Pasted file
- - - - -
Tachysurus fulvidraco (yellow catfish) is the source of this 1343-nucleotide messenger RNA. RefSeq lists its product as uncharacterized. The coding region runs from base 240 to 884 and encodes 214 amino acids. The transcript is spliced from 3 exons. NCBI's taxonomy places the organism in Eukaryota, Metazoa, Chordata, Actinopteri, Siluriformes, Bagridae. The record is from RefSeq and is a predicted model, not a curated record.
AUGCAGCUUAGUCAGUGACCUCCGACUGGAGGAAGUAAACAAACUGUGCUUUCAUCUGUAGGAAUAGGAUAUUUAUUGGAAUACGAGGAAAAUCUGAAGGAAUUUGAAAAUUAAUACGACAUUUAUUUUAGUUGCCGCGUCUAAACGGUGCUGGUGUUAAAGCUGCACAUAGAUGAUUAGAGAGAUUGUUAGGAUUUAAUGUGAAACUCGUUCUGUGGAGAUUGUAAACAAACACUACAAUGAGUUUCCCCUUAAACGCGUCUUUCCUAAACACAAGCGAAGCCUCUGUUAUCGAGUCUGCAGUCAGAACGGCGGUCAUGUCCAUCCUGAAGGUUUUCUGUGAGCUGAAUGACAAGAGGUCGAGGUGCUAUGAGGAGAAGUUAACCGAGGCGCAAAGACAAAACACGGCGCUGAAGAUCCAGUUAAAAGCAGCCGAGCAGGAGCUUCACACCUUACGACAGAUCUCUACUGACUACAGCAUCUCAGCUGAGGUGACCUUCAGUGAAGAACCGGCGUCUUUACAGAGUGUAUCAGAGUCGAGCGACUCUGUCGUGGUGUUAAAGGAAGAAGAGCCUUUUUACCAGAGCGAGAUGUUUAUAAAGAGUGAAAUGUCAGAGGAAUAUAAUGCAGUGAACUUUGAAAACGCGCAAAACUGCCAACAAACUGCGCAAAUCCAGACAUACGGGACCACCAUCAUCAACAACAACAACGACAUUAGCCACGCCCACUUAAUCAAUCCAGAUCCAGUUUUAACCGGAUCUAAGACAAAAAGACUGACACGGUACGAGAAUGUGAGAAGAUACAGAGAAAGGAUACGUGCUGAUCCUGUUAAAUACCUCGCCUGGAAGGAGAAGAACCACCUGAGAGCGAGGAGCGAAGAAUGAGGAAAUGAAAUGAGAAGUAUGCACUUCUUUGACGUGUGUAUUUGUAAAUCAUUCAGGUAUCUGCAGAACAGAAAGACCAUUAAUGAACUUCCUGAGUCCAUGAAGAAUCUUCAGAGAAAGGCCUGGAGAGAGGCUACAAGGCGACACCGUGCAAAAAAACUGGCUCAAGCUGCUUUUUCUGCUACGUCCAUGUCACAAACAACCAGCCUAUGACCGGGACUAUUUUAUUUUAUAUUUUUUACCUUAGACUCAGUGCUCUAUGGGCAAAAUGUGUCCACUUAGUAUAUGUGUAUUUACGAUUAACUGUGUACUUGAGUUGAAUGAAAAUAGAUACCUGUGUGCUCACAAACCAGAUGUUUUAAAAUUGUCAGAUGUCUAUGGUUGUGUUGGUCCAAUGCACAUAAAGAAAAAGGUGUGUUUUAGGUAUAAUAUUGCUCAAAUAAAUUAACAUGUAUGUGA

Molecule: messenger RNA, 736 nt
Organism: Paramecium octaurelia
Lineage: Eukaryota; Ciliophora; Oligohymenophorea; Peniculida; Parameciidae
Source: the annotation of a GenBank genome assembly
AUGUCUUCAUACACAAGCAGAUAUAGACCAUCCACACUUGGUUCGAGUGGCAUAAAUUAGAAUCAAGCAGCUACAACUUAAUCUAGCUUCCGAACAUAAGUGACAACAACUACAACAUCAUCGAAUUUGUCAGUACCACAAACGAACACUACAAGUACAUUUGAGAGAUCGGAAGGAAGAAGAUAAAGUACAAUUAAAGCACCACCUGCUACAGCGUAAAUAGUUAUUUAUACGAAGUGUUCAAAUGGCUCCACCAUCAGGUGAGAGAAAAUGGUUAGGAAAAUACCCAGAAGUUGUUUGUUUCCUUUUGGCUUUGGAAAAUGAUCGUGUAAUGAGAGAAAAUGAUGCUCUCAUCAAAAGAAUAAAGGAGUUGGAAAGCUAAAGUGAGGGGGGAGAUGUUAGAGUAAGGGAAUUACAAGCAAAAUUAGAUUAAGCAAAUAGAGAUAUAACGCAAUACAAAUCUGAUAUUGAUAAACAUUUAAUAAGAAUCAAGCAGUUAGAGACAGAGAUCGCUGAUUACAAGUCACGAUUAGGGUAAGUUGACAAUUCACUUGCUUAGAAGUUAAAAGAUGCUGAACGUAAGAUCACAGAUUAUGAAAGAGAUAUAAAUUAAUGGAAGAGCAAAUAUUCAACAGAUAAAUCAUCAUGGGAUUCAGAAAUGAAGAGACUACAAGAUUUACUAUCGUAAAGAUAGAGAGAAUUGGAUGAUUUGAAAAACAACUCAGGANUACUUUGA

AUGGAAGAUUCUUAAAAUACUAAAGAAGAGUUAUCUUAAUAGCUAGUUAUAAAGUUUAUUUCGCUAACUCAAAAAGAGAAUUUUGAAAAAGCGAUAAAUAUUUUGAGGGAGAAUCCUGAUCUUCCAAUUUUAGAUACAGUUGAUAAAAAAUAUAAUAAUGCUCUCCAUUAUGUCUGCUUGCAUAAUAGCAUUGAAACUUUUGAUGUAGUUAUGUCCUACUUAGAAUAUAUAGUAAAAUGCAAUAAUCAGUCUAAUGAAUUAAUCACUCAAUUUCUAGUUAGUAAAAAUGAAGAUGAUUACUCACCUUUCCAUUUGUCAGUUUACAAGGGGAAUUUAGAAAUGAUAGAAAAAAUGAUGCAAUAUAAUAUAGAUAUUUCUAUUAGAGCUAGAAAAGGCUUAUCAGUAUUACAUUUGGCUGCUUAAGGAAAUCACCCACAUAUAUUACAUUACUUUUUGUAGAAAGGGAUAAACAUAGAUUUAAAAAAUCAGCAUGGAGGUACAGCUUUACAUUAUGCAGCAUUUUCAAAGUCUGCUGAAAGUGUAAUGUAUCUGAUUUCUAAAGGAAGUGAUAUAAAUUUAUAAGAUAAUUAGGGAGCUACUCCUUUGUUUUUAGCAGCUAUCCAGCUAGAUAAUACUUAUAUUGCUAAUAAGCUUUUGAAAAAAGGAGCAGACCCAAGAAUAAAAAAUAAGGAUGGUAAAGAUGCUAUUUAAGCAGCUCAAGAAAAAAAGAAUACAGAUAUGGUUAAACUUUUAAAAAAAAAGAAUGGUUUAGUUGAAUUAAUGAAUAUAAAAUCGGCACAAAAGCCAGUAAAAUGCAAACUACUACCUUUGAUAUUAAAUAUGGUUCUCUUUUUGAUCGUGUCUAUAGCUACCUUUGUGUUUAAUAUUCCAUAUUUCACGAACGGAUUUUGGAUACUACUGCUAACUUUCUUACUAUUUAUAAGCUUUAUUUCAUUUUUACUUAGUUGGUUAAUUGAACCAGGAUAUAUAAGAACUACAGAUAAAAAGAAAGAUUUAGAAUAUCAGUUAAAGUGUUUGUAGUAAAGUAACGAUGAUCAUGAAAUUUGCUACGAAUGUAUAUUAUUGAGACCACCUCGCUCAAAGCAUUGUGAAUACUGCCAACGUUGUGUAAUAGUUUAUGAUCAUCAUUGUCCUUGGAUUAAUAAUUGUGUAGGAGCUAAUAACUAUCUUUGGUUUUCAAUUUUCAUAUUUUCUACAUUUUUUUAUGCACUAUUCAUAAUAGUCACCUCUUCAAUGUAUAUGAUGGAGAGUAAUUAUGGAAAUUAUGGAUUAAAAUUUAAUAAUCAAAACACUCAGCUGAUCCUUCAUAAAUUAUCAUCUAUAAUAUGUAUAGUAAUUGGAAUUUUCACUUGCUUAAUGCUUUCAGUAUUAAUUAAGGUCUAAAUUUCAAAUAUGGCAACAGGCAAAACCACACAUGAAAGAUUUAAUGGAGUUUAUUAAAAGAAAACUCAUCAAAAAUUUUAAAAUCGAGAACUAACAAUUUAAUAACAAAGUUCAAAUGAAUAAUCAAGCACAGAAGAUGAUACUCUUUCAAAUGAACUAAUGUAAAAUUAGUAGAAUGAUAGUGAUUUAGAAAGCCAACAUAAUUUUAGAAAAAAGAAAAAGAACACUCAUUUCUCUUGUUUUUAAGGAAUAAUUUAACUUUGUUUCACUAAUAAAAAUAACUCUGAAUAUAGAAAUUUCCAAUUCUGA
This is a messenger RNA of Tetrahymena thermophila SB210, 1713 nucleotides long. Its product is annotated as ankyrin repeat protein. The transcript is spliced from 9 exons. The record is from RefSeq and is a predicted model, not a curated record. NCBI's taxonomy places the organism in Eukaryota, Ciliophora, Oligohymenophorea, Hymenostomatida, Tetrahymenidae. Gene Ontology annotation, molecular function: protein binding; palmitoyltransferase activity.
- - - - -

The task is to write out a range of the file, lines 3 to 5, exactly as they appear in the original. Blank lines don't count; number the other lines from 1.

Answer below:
Molecule: messenger RNA, 736 nt
Organism: Paramecium octaurelia
Lineage: Eukaryota; Ciliophora; Oligohymenophorea; Peniculida; Parameciidae